Spillover into financial pressures
In face of the coronavirus’ impact on the economy, small businesses have been a focus of Beijing’s response, including most recently a meeting on Tuesday of the State Council, the country’s top administrative body. The newly announced measures specifically targeted small and medium-sized banks, offering an additional 1 trillion yuan (about $140.8 billion) for them to lend out at a special rate and cuts to the amount smaller banks need to have on hand, also known as the required reserve ratio.
“(Small and medium-sized banks) could be severely hit by the COVID-19 pandemic as many, if not most, of their debtors are already very likely to be experiencing financial difficulties,” Ting Lu, chief China economist at Nomura, said in a note Wednesday morning. “In this regard, the State Council’s policy announcement is focused on supporting both SMBs and small and medium-sized enterprises (SMEs).”
The added financial pressure comes as Chinese businesses, both private and state-owned, have come to grips with slower growth in the world’s second largest economy.
Analysis from Fitch Ratings published Monday pointed out that “over the last two years, there has been a significant uptick in the total number of bond defaults in China” that has also hit state-owned enterprises, once thought to always benefit from government support.
Defaults on bonds issued in China by privately owned enterprises is still far greater than that of state-owned enterprises, despite the latter accounting for 89% of onshore issuance during the two-year period, the Fitch report said.
“If the economic situation continues to deteriorate we’re going to see players in overcapacity (are) going to face a more challenging environment and their capability to receive support from their parent (for a recovery) is going to be weaker,” Jenny Huang, director of China corporate research, Fitch Ratings, said in a phone interview Tuesday.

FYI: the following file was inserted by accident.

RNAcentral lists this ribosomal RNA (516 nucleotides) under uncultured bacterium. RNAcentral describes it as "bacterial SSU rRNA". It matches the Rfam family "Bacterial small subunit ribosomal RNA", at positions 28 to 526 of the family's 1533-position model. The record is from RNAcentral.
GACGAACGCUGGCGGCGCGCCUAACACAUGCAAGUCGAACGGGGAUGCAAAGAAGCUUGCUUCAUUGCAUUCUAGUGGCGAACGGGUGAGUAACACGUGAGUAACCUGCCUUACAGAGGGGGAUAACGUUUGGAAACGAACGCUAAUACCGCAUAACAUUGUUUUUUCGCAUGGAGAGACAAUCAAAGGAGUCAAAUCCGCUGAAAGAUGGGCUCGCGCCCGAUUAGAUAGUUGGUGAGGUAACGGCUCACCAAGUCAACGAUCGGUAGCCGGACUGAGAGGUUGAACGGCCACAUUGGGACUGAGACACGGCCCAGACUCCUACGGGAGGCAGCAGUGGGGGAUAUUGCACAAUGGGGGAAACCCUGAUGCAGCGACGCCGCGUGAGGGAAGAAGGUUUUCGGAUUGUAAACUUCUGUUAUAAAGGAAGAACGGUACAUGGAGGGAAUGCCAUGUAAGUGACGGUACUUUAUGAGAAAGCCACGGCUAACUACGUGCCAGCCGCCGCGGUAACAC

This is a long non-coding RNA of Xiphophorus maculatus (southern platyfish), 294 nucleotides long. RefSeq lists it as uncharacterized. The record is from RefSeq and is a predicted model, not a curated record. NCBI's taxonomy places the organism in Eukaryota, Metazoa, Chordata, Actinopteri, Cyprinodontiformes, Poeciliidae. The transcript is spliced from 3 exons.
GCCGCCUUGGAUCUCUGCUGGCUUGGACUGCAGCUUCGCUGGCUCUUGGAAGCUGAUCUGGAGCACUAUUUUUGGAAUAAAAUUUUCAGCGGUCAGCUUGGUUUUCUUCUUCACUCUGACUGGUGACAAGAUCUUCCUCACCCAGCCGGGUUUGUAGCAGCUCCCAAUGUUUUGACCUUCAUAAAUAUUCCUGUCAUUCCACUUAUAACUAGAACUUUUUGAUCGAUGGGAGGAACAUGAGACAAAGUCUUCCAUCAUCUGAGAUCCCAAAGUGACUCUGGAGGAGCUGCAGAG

A global challenge
The impending financial difficulties caused by the virus are worldwide.
Moody’s analysts said in a report on Friday they expect corporate defaults to rise around the world as the coronavirus hits economies globally. If the downturn in growth is sharp but short, the global default rate is expected to rise to 6.8%; that figure is predicted to climb to 16.1% if conditions resemble those of the global financial crisis.
In just one industry, checks in the retail sector in Southeast Asia saw traffic drop more than half in February and March from a year ago, hit both by the local spread of the virus and a drop in Chinese tourists, said Suresh Dalai, senior director at consulting firm Alvarez & Marsal focusing on retail operations in Asia.
He noted that the a well-capitalized retailer typically has three to six months of cash, plus access to a revolving line of credit. But the magnitude of retailers that are not in such good shape is more widespread, Dalai said, noting businesses are trying to talk to their suppliers, landlords and other partners to try to stay afloat for now.
Even as G-20 leaders pledge $5 trillion in support, and governments announce a slew of stimulus measures such as tax cuts, economists have been cutting their forecasts for growth this year in China and the world. Nomura’s Lu expects the Chinese economy to shrink another 0.5% in the second quarter, after an expected contraction of 9% in the first quarter.
Ultimately, the concern for governments such as China’s is ensuring people’s jobs.
As Liu Shangxi, president of the Chinese Academy of Fiscal Science, a research institution under the Ministry of Finance, said in a CNBC translation of a Chinese-language online post published Tuesday:
“To save businesses is to ensure domestic industrial chains and supply chains don’t have problems. Enterprises’ capital links need to be stabilized to avoid a large number of bankruptcies that would result in a reduction of existing jobs.”